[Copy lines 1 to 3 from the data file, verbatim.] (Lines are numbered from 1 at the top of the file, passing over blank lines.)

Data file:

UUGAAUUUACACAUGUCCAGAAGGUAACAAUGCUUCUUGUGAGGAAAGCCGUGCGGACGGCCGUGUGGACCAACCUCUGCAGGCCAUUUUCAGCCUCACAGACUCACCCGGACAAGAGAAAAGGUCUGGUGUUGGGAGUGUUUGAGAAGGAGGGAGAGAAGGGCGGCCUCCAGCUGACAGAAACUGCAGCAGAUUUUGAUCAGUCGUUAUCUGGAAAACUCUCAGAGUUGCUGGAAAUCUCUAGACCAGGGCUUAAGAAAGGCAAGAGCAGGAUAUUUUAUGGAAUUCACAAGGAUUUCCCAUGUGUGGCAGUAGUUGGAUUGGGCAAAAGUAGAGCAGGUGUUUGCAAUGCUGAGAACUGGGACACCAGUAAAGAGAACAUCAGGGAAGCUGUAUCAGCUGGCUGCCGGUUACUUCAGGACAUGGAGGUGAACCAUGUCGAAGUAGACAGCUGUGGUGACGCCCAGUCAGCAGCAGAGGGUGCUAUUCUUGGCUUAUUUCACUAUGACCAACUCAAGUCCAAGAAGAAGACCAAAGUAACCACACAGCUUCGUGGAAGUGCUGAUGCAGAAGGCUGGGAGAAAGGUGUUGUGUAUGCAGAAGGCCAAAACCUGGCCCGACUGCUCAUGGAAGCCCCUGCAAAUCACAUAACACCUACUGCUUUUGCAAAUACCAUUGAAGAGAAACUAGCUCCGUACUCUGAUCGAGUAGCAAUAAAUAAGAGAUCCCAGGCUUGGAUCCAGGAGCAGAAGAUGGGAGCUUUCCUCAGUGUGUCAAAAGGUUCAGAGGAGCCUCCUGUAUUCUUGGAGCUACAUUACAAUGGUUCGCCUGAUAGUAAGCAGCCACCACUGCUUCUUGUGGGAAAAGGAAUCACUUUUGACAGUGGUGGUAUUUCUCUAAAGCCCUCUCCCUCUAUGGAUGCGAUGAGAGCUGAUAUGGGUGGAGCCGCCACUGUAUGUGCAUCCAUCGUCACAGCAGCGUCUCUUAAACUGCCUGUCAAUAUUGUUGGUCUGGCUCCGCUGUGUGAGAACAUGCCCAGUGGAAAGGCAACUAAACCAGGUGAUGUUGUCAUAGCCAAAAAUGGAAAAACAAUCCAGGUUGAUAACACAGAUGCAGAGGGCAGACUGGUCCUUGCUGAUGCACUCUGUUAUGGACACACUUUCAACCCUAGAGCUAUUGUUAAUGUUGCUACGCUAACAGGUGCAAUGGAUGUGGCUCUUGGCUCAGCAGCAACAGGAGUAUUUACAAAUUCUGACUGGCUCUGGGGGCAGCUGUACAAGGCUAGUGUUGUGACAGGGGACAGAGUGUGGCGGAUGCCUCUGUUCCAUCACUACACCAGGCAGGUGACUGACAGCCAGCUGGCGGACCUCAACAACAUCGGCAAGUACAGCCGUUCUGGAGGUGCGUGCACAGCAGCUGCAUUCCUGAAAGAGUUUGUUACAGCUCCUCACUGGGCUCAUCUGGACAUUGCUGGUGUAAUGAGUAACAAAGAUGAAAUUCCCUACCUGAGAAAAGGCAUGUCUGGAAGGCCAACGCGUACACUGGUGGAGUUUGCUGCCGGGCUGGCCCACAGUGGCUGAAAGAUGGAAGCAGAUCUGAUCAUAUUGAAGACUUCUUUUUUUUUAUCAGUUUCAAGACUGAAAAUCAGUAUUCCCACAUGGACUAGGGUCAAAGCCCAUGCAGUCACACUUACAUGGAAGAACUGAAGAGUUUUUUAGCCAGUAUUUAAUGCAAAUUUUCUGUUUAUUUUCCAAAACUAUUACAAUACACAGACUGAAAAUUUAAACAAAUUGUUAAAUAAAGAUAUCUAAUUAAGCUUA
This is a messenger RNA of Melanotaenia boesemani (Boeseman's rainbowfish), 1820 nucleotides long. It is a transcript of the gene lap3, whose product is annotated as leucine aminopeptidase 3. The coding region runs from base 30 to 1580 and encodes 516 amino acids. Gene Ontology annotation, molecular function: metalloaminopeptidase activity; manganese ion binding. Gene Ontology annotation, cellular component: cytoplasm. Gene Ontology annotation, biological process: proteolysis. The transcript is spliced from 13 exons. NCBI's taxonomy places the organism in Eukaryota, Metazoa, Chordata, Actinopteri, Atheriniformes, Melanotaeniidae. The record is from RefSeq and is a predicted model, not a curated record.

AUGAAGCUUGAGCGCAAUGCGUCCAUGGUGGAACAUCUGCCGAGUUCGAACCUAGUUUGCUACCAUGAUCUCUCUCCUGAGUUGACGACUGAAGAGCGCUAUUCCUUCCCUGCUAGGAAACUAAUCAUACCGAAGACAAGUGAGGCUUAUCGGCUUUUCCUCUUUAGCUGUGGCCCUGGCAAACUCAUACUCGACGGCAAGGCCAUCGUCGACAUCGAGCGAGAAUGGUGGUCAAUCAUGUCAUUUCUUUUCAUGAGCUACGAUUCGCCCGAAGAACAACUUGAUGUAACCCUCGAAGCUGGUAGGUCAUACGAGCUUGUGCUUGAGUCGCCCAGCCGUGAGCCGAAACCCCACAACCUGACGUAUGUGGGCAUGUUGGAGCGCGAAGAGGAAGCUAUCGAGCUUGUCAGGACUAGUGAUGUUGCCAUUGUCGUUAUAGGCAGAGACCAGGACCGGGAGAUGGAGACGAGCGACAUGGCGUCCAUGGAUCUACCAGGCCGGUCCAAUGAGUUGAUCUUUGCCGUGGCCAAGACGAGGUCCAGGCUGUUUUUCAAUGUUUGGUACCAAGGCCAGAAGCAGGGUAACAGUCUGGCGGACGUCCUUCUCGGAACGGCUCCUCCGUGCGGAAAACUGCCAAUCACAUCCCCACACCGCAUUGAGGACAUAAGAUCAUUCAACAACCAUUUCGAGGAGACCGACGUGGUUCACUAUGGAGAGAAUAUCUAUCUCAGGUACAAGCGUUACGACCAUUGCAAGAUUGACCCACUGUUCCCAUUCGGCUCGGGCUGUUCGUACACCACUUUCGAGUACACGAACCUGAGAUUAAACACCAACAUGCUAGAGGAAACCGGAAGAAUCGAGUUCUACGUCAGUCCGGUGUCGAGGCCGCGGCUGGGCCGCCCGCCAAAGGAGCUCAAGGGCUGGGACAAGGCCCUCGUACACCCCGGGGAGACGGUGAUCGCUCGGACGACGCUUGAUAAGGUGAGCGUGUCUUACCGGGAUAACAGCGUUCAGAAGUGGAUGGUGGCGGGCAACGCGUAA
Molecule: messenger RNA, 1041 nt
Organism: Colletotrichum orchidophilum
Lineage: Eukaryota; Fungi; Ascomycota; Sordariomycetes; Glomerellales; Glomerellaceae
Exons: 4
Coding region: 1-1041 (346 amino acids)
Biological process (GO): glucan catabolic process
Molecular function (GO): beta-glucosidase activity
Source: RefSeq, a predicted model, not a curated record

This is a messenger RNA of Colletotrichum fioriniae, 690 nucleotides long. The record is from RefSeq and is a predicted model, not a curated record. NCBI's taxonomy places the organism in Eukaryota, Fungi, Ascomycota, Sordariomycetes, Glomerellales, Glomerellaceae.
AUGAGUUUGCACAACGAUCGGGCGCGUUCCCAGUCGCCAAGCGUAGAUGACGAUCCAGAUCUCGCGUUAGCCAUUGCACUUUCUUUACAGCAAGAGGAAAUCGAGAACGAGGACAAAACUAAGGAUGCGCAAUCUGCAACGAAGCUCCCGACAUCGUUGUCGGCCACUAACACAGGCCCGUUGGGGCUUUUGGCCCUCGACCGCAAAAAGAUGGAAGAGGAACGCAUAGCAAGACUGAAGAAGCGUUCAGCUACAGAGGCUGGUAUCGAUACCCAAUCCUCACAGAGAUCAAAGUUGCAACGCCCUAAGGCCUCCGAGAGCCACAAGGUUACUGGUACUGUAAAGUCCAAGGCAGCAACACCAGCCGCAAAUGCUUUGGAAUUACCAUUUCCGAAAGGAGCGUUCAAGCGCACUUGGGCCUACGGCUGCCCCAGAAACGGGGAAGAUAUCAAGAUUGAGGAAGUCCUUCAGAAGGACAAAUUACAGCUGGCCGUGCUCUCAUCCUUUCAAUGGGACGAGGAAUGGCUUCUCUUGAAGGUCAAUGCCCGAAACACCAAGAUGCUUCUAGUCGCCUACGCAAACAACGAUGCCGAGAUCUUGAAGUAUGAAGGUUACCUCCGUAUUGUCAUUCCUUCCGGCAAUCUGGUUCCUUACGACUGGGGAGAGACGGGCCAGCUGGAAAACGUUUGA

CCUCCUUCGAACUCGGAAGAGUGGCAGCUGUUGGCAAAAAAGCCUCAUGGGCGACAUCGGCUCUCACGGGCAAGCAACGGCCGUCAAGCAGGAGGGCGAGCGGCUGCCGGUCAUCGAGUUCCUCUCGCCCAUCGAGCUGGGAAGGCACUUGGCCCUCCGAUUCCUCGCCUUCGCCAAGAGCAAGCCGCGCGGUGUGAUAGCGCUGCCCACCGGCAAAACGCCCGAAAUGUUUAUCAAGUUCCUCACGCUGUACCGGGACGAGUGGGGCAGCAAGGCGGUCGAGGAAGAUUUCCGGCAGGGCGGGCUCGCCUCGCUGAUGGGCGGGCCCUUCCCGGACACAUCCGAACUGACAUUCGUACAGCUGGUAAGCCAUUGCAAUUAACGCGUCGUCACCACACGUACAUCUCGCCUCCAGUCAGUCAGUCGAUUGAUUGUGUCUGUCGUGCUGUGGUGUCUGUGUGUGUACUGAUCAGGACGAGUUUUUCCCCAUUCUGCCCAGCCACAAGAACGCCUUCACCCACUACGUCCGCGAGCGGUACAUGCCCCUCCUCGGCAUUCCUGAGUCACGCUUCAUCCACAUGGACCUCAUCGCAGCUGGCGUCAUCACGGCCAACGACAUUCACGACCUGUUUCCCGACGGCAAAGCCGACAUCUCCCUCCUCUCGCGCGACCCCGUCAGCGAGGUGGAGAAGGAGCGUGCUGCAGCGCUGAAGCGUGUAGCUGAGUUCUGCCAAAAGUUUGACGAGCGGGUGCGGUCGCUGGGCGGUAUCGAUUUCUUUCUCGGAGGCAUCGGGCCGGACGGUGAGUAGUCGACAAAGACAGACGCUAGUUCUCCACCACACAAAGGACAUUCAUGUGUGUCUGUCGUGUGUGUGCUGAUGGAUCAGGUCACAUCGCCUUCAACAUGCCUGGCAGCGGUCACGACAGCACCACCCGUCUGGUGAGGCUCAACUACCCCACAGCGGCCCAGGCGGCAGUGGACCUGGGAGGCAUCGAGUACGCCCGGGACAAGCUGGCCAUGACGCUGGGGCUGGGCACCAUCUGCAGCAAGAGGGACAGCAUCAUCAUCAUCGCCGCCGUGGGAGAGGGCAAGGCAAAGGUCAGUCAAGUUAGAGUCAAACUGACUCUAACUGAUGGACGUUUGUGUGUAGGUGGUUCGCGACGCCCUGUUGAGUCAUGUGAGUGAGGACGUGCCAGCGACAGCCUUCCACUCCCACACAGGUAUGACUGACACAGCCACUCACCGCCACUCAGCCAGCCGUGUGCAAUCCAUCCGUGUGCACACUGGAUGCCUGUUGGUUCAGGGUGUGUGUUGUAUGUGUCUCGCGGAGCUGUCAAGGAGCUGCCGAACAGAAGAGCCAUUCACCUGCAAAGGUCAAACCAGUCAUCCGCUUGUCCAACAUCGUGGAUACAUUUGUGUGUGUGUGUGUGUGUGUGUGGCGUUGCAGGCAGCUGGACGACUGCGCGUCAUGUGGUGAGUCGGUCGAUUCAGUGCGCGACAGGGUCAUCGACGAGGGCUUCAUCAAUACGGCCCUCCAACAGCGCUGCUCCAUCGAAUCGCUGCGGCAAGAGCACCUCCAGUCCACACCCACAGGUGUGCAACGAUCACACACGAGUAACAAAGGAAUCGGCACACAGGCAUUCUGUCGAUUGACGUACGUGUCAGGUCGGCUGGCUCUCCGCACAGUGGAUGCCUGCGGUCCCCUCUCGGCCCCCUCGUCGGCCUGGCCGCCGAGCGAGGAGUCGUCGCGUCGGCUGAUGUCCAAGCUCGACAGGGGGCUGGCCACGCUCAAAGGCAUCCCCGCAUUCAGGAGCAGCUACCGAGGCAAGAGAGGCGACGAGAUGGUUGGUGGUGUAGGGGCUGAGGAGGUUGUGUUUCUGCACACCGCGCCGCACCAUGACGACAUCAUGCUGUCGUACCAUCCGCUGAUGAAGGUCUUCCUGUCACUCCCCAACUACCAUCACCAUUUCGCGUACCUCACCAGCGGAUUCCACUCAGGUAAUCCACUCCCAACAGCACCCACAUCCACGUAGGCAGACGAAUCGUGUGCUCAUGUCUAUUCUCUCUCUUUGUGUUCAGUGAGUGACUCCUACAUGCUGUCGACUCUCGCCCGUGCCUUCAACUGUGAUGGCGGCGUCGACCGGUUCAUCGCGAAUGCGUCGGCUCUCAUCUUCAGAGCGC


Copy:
UUGAAUUUACACAUGUCCAGAAGGUAACAAUGCUUCUUGUGAGGAAAGCCGUGCGGACGGCCGUGUGGACCAACCUCUGCAGGCCAUUUUCAGCCUCACAGACUCACCCGGACAAGAGAAAAGGUCUGGUGUUGGGAGUGUUUGAGAAGGAGGGAGAGAAGGGCGGCCUCCAGCUGACAGAAACUGCAGCAGAUUUUGAUCAGUCGUUAUCUGGAAAACUCUCAGAGUUGCUGGAAAUCUCUAGACCAGGGCUUAAGAAAGGCAAGAGCAGGAUAUUUUAUGGAAUUCACAAGGAUUUCCCAUGUGUGGCAGUAGUUGGAUUGGGCAAAAGUAGAGCAGGUGUUUGCAAUGCUGAGAACUGGGACACCAGUAAAGAGAACAUCAGGGAAGCUGUAUCAGCUGGCUGCCGGUUACUUCAGGACAUGGAGGUGAACCAUGUCGAAGUAGACAGCUGUGGUGACGCCCAGUCAGCAGCAGAGGGUGCUAUUCUUGGCUUAUUUCACUAUGACCAACUCAAGUCCAAGAAGAAGACCAAAGUAACCACACAGCUUCGUGGAAGUGCUGAUGCAGAAGGCUGGGAGAAAGGUGUUGUGUAUGCAGAAGGCCAAAACCUGGCCCGACUGCUCAUGGAAGCCCCUGCAAAUCACAUAACACCUACUGCUUUUGCAAAUACCAUUGAAGAGAAACUAGCUCCGUACUCUGAUCGAGUAGCAAUAAAUAAGAGAUCCCAGGCUUGGAUCCAGGAGCAGAAGAUGGGAGCUUUCCUCAGUGUGUCAAAAGGUUCAGAGGAGCCUCCUGUAUUCUUGGAGCUACAUUACAAUGGUUCGCCUGAUAGUAAGCAGCCACCACUGCUUCUUGUGGGAAAAGGAAUCACUUUUGACAGUGGUGGUAUUUCUCUAAAGCCCUCUCCCUCUAUGGAUGCGAUGAGAGCUGAUAUGGGUGGAGCCGCCACUGUAUGUGCAUCCAUCGUCACAGCAGCGUCUCUUAAACUGCCUGUCAAUAUUGUUGGUCUGGCUCCGCUGUGUGAGAACAUGCCCAGUGGAAAGGCAACUAAACCAGGUGAUGUUGUCAUAGCCAAAAAUGGAAAAACAAUCCAGGUUGAUAACACAGAUGCAGAGGGCAGACUGGUCCUUGCUGAUGCACUCUGUUAUGGACACACUUUCAACCCUAGAGCUAUUGUUAAUGUUGCUACGCUAACAGGUGCAAUGGAUGUGGCUCUUGGCUCAGCAGCAACAGGAGUAUUUACAAAUUCUGACUGGCUCUGGGGGCAGCUGUACAAGGCUAGUGUUGUGACAGGGGACAGAGUGUGGCGGAUGCCUCUGUUCCAUCACUACACCAGGCAGGUGACUGACAGCCAGCUGGCGGACCUCAACAACAUCGGCAAGUACAGCCGUUCUGGAGGUGCGUGCACAGCAGCUGCAUUCCUGAAAGAGUUUGUUACAGCUCCUCACUGGGCUCAUCUGGACAUUGCUGGUGUAAUGAGUAACAAAGAUGAAAUUCCCUACCUGAGAAAAGGCAUGUCUGGAAGGCCAACGCGUACACUGGUGGAGUUUGCUGCCGGGCUGGCCCACAGUGGCUGAAAGAUGGAAGCAGAUCUGAUCAUAUUGAAGACUUCUUUUUUUUUAUCAGUUUCAAGACUGAAAAUCAGUAUUCCCACAUGGACUAGGGUCAAAGCCCAUGCAGUCACACUUACAUGGAAGAACUGAAGAGUUUUUUAGCCAGUAUUUAAUGCAAAUUUUCUGUUUAUUUUCCAAAACUAUUACAAUACACAGACUGAAAAUUUAAACAAAUUGUUAAAUAAAGAUAUCUAAUUAAGCUUA
This is a messenger RNA of Melanotaenia boesemani (Boeseman's rainbowfish), 1820 nucleotides long. It is a transcript of the gene lap3, whose product is annotated as leucine aminopeptidase 3. The coding region runs from base 30 to 1580 and encodes 516 amino acids. Gene Ontology annotation, molecular function: metalloaminopeptidase activity; manganese ion binding. Gene Ontology annotation, cellular component: cytoplasm. Gene Ontology annotation, biological process: proteolysis. The transcript is spliced from 13 exons. NCBI's taxonomy places the organism in Eukaryota, Metazoa, Chordata, Actinopteri, Atheriniformes, Melanotaeniidae. The record is from RefSeq and is a predicted model, not a curated record.

AUGAAGCUUGAGCGCAAUGCGUCCAUGGUGGAACAUCUGCCGAGUUCGAACCUAGUUUGCUACCAUGAUCUCUCUCCUGAGUUGACGACUGAAGAGCGCUAUUCCUUCCCUGCUAGGAAACUAAUCAUACCGAAGACAAGUGAGGCUUAUCGGCUUUUCCUCUUUAGCUGUGGCCCUGGCAAACUCAUACUCGACGGCAAGGCCAUCGUCGACAUCGAGCGAGAAUGGUGGUCAAUCAUGUCAUUUCUUUUCAUGAGCUACGAUUCGCCCGAAGAACAACUUGAUGUAACCCUCGAAGCUGGUAGGUCAUACGAGCUUGUGCUUGAGUCGCCCAGCCGUGAGCCGAAACCCCACAACCUGACGUAUGUGGGCAUGUUGGAGCGCGAAGAGGAAGCUAUCGAGCUUGUCAGGACUAGUGAUGUUGCCAUUGUCGUUAUAGGCAGAGACCAGGACCGGGAGAUGGAGACGAGCGACAUGGCGUCCAUGGAUCUACCAGGCCGGUCCAAUGAGUUGAUCUUUGCCGUGGCCAAGACGAGGUCCAGGCUGUUUUUCAAUGUUUGGUACCAAGGCCAGAAGCAGGGUAACAGUCUGGCGGACGUCCUUCUCGGAACGGCUCCUCCGUGCGGAAAACUGCCAAUCACAUCCCCACACCGCAUUGAGGACAUAAGAUCAUUCAACAACCAUUUCGAGGAGACCGACGUGGUUCACUAUGGAGAGAAUAUCUAUCUCAGGUACAAGCGUUACGACCAUUGCAAGAUUGACCCACUGUUCCCAUUCGGCUCGGGCUGUUCGUACACCACUUUCGAGUACACGAACCUGAGAUUAAACACCAACAUGCUAGAGGAAACCGGAAGAAUCGAGUUCUACGUCAGUCCGGUGUCGAGGCCGCGGCUGGGCCGCCCGCCAAAGGAGCUCAAGGGCUGGGACAAGGCCCUCGUACACCCCGGGGAGACGGUGAUCGCUCGGACGACGCUUGAUAAGGUGAGCGUGUCUUACCGGGAUAACAGCGUUCAGAAGUGGAUGGUGGCGGGCAACGCGUAA